Hallux rigidus, a painful deformity of the big toe, will often prevent people with diabetes from being able to extend or hyperextend the big toe during the heel off and push off aspect of the gait cycle. In such cases, the use of a metatarsal bar on the shoe will reduce the metatarsal-phalangeal extension of that toe by 15 percent so that the person’s pain is lessened. Fortunately, this is an approved Medicare shoe modification, saving the patient out-of-pocket expense.
Marzano says that the company where he works probably adds more metatarsal bars to patients’ shoes than they do rocker soles, also known as rocker bottoms.
“The idea of the rocker bottom is to create a negative, offloaded heel effect, but the effort is sometimes defeated when the heel area of the shoe ends up higher than the toe during the stance aspect of the individual’s gait pattern and forefoot pressure increases,” Marzano explains. “Decreased walking stability is another inescapable, unintended consequence created by the rocker sole shoe modification.”
The decision to add a rocker bottom to a shoe should, therefore, be made judiciously. The rocker bottom is designed to limit range of motion at the metatarsals and offload the heel. As such, it may be used to limit the motion of a foot more seriously damaged by an ulcer, skin breakdown, joint dislocations or bone fractures. It is best added to orthopedic shoes, which are offered in a variety of widths, depths and lasts (sole shapes), or, if indicated, to a custom-molded shoe. Sometimes a common, off-the-shelf walking shoe will lend itself to such a modification. In the latter case, the shoe’s original sole is taken off and material is tapered off the shoe’s forefoot and hindfoot area to create a rocker on the midfoot. The sole is then reattached.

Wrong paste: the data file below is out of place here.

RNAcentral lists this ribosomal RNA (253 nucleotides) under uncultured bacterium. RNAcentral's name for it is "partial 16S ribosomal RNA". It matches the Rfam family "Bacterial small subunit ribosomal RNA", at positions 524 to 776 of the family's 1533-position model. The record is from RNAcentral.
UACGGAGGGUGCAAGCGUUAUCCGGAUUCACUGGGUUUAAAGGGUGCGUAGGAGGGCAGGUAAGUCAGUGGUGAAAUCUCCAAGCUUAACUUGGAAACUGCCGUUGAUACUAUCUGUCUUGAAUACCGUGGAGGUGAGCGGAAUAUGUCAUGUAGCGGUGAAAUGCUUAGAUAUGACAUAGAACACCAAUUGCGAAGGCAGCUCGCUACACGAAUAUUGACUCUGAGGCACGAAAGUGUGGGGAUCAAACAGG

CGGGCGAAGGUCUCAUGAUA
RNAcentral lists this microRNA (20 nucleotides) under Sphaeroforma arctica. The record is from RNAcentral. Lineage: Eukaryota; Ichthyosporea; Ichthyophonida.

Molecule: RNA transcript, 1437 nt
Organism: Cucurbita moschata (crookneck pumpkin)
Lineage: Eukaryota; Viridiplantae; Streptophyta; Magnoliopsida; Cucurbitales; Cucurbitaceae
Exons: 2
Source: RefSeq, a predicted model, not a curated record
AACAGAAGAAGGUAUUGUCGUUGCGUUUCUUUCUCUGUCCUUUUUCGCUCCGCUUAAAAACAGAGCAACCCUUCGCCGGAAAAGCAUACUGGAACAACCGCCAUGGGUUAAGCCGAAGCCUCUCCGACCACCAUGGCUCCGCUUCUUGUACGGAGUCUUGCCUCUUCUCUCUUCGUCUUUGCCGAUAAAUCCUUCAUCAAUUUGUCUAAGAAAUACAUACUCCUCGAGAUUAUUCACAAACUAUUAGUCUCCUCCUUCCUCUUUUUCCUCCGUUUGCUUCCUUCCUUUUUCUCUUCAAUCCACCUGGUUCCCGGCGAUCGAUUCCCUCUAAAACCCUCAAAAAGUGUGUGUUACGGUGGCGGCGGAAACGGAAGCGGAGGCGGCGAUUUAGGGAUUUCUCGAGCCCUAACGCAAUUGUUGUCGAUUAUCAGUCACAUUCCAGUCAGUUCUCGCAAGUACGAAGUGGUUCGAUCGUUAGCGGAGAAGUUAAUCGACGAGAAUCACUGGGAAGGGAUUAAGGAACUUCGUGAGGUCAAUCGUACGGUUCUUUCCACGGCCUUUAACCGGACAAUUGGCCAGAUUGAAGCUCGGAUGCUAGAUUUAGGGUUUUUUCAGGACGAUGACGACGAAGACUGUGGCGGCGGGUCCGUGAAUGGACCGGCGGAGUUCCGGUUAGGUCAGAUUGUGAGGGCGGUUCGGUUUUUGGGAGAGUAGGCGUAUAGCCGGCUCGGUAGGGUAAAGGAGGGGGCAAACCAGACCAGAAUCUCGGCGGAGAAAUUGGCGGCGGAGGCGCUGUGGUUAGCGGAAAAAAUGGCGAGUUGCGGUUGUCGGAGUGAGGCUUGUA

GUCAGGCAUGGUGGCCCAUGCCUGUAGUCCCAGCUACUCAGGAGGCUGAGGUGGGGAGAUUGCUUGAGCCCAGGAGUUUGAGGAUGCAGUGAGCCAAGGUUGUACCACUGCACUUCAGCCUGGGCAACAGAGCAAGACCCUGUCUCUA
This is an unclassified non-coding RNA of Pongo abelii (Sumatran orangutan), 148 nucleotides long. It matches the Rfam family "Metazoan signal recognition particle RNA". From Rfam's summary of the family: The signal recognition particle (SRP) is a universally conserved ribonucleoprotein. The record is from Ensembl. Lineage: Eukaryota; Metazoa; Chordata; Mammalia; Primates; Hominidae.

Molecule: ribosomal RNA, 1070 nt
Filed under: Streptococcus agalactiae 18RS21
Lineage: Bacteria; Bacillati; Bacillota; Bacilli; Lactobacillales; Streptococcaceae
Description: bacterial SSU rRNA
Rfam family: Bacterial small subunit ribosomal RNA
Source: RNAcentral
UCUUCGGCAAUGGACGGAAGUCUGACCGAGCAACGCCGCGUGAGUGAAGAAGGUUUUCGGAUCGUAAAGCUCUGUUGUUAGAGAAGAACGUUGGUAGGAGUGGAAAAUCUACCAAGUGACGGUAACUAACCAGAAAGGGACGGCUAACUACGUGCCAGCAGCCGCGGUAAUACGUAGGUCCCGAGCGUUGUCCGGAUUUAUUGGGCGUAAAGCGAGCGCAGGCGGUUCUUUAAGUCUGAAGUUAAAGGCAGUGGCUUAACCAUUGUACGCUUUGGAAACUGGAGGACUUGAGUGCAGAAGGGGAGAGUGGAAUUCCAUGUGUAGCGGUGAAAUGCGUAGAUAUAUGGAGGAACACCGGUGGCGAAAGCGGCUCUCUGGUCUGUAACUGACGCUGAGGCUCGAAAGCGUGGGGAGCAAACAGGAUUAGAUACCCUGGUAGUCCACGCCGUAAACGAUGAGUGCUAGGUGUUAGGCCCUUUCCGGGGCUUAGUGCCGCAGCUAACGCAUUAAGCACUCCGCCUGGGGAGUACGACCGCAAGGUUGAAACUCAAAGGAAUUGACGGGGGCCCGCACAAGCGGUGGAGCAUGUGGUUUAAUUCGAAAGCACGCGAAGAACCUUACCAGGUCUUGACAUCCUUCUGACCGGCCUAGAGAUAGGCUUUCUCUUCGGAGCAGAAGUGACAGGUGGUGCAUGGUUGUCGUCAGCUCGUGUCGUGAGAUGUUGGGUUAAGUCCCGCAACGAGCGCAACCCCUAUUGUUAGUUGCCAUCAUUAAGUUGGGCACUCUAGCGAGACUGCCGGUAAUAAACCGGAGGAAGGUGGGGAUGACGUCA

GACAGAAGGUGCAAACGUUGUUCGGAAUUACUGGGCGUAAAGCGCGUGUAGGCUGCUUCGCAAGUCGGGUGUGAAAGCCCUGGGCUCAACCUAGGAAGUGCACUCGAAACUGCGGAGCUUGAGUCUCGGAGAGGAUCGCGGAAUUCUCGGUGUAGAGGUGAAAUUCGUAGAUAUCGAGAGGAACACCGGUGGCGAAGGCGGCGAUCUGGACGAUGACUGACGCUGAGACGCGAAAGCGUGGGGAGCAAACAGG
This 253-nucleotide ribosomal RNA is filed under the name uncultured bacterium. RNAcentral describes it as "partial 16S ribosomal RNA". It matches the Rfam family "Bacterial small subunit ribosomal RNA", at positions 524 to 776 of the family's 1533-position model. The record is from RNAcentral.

Sometimes, wedge sandals and negativeheel sandals are also used to treat forefoot and hindfoot wounds. The wedge sandal keeps the patient’s weight off the forefoot by using a half-soled sandal that incorporates a backward-tilting footplate that places an increasing load on the patient’s midfoot to hindfoot area. A heelless or negative-heel sandal has the opposite purpose: It increases the load on the forefoot by not providing any support for the hindfoot. Both sandals take some practice to master, and the wedge sandal will often create a leg length discrepancy.
“If I get an order for a negative-heel sandal, I will physically check to see if my patient can handle it by putting the knee on the affected side in full extension and then I will dorsiflex their foot and ankle as much as possible,” Marzano says. “If they don’t have 10 degrees of dorsiflexion, they aren’t getting a negative-heel sandal. It is just too difficult for a person with impaired stability, endurance or strength to get very far when they have to walk almost tiptoed with their ankle and knee slightly flexed forward and their body weight on the forefoot.
“If necessary, I will tell the prescribing physician to include a heel lift or a shoe lift for those needing a wedge shoe, because its use will leave one leg shorter than the other, and that can lead to back trouble by the time the foot heals.”
The techniques described here are just a few examples of the many possible solutions pedorthists have at their disposal to help amputees with diabetes. One of these might look to you like a solution to a problem you are having. If so, talk to your podiatrist or a pedorthist about it. It could very well help you save your foot.
About the Author
Gordon Zernich, CP, BOCP, works in the Orthotic-Prosthetic Lab at the Veterans Affairs Medical Center in Miami, Florida.